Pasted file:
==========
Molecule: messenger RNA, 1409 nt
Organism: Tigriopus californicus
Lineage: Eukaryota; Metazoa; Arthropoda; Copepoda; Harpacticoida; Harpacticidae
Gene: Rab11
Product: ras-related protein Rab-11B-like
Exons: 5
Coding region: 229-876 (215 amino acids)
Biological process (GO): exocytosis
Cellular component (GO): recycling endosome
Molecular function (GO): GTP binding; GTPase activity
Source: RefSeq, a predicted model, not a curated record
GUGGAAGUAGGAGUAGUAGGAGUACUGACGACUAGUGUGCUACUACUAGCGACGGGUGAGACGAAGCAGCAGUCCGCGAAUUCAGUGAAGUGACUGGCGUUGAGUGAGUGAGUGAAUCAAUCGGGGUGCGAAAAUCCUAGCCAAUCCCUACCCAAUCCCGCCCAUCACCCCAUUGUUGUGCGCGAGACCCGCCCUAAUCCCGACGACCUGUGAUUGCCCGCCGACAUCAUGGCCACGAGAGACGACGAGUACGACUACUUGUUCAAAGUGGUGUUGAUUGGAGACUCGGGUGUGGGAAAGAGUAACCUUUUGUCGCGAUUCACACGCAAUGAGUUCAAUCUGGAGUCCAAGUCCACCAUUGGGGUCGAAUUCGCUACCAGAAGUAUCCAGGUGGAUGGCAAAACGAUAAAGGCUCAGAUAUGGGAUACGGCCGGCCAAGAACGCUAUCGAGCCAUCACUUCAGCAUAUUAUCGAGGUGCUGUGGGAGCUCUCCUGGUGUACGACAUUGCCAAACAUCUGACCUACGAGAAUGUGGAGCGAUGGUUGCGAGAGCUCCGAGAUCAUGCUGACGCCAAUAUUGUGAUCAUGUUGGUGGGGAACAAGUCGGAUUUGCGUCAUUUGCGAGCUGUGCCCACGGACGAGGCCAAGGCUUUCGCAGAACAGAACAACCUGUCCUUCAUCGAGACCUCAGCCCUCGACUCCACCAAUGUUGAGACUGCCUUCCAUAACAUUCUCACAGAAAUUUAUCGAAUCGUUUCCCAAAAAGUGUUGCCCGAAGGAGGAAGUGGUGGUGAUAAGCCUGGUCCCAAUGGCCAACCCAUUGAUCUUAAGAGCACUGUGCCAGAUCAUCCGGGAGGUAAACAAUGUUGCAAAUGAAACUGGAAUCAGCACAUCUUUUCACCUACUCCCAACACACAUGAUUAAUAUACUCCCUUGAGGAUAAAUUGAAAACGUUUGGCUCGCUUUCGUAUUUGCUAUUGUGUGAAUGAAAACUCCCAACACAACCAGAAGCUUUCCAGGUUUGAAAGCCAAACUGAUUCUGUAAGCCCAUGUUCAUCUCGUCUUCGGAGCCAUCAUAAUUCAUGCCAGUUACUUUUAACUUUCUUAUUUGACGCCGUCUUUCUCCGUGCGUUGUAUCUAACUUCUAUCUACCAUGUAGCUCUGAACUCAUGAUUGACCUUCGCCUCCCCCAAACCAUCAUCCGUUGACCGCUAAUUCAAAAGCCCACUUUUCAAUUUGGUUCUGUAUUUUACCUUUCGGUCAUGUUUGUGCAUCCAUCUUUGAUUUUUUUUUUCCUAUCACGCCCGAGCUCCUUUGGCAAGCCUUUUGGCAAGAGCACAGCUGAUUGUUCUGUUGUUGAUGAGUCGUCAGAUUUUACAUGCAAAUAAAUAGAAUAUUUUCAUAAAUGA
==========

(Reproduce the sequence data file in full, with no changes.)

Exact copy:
Molecule: messenger RNA, 1409 nt
Organism: Tigriopus californicus
Lineage: Eukaryota; Metazoa; Arthropoda; Copepoda; Harpacticoida; Harpacticidae
Gene: Rab11
Product: ras-related protein Rab-11B-like
Exons: 5
Coding region: 229-876 (215 amino acids)
Biological process (GO): exocytosis
Cellular component (GO): recycling endosome
Molecular function (GO): GTP binding; GTPase activity
Source: RefSeq, a predicted model, not a curated record
GUGGAAGUAGGAGUAGUAGGAGUACUGACGACUAGUGUGCUACUACUAGCGACGGGUGAGACGAAGCAGCAGUCCGCGAAUUCAGUGAAGUGACUGGCGUUGAGUGAGUGAGUGAAUCAAUCGGGGUGCGAAAAUCCUAGCCAAUCCCUACCCAAUCCCGCCCAUCACCCCAUUGUUGUGCGCGAGACCCGCCCUAAUCCCGACGACCUGUGAUUGCCCGCCGACAUCAUGGCCACGAGAGACGACGAGUACGACUACUUGUUCAAAGUGGUGUUGAUUGGAGACUCGGGUGUGGGAAAGAGUAACCUUUUGUCGCGAUUCACACGCAAUGAGUUCAAUCUGGAGUCCAAGUCCACCAUUGGGGUCGAAUUCGCUACCAGAAGUAUCCAGGUGGAUGGCAAAACGAUAAAGGCUCAGAUAUGGGAUACGGCCGGCCAAGAACGCUAUCGAGCCAUCACUUCAGCAUAUUAUCGAGGUGCUGUGGGAGCUCUCCUGGUGUACGACAUUGCCAAACAUCUGACCUACGAGAAUGUGGAGCGAUGGUUGCGAGAGCUCCGAGAUCAUGCUGACGCCAAUAUUGUGAUCAUGUUGGUGGGGAACAAGUCGGAUUUGCGUCAUUUGCGAGCUGUGCCCACGGACGAGGCCAAGGCUUUCGCAGAACAGAACAACCUGUCCUUCAUCGAGACCUCAGCCCUCGACUCCACCAAUGUUGAGACUGCCUUCCAUAACAUUCUCACAGAAAUUUAUCGAAUCGUUUCCCAAAAAGUGUUGCCCGAAGGAGGAAGUGGUGGUGAUAAGCCUGGUCCCAAUGGCCAACCCAUUGAUCUUAAGAGCACUGUGCCAGAUCAUCCGGGAGGUAAACAAUGUUGCAAAUGAAACUGGAAUCAGCACAUCUUUUCACCUACUCCCAACACACAUGAUUAAUAUACUCCCUUGAGGAUAAAUUGAAAACGUUUGGCUCGCUUUCGUAUUUGCUAUUGUGUGAAUGAAAACUCCCAACACAACCAGAAGCUUUCCAGGUUUGAAAGCCAAACUGAUUCUGUAAGCCCAUGUUCAUCUCGUCUUCGGAGCCAUCAUAAUUCAUGCCAGUUACUUUUAACUUUCUUAUUUGACGCCGUCUUUCUCCGUGCGUUGUAUCUAACUUCUAUCUACCAUGUAGCUCUGAACUCAUGAUUGACCUUCGCCUCCCCCAAACCAUCAUCCGUUGACCGCUAAUUCAAAAGCCCACUUUUCAAUUUGGUUCUGUAUUUUACCUUUCGGUCAUGUUUGUGCAUCCAUCUUUGAUUUUUUUUUUCCUAUCACGCCCGAGCUCCUUUGGCAAGCCUUUUGGCAAGAGCACAGCUGAUUGUUCUGUUGUUGAUGAGUCGUCAGAUUUUACAUGCAAAUAAAUAGAAUAUUUUCAUAAAUGA